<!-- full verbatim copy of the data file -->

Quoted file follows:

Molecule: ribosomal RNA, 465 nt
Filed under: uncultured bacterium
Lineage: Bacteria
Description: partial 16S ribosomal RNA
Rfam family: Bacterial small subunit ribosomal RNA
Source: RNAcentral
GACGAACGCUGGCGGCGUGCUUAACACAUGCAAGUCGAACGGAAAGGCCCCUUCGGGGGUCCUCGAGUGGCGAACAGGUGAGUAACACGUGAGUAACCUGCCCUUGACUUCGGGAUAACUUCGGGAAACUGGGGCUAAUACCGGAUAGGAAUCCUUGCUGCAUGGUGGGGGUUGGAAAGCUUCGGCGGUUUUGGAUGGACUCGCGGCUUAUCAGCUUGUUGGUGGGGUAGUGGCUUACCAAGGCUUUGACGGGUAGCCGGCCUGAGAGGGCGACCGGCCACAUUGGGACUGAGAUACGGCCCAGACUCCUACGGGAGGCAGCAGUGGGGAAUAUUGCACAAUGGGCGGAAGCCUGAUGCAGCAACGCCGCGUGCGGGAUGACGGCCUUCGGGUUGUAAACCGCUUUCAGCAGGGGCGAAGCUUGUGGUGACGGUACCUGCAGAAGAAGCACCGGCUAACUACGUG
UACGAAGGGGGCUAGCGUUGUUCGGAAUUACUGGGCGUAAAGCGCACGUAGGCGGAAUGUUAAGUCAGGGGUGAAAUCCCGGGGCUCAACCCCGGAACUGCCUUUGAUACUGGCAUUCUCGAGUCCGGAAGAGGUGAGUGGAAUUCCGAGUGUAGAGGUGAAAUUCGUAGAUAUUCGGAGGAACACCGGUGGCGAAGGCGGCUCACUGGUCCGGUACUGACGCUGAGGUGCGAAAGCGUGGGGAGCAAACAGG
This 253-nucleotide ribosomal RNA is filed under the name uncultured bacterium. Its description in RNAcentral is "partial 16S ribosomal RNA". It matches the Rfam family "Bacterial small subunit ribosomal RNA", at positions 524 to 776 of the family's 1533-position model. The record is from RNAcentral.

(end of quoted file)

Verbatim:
Molecule: ribosomal RNA, 465 nt
Filed under: uncultured bacterium
Lineage: Bacteria
Description: partial 16S ribosomal RNA
Rfam family: Bacterial small subunit ribosomal RNA
Source: RNAcentral
GACGAACGCUGGCGGCGUGCUUAACACAUGCAAGUCGAACGGAAAGGCCCCUUCGGGGGUCCUCGAGUGGCGAACAGGUGAGUAACACGUGAGUAACCUGCCCUUGACUUCGGGAUAACUUCGGGAAACUGGGGCUAAUACCGGAUAGGAAUCCUUGCUGCAUGGUGGGGGUUGGAAAGCUUCGGCGGUUUUGGAUGGACUCGCGGCUUAUCAGCUUGUUGGUGGGGUAGUGGCUUACCAAGGCUUUGACGGGUAGCCGGCCUGAGAGGGCGACCGGCCACAUUGGGACUGAGAUACGGCCCAGACUCCUACGGGAGGCAGCAGUGGGGAAUAUUGCACAAUGGGCGGAAGCCUGAUGCAGCAACGCCGCGUGCGGGAUGACGGCCUUCGGGUUGUAAACCGCUUUCAGCAGGGGCGAAGCUUGUGGUGACGGUACCUGCAGAAGAAGCACCGGCUAACUACGUG
UACGAAGGGGGCUAGCGUUGUUCGGAAUUACUGGGCGUAAAGCGCACGUAGGCGGAAUGUUAAGUCAGGGGUGAAAUCCCGGGGCUCAACCCCGGAACUGCCUUUGAUACUGGCAUUCUCGAGUCCGGAAGAGGUGAGUGGAAUUCCGAGUGUAGAGGUGAAAUUCGUAGAUAUUCGGAGGAACACCGGUGGCGAAGGCGGCUCACUGGUCCGGUACUGACGCUGAGGUGCGAAAGCGUGGGGAGCAAACAGG
This 253-nucleotide ribosomal RNA is filed under the name uncultured bacterium. Its description in RNAcentral is "partial 16S ribosomal RNA". It matches the Rfam family "Bacterial small subunit ribosomal RNA", at positions 524 to 776 of the family's 1533-position model. The record is from RNAcentral.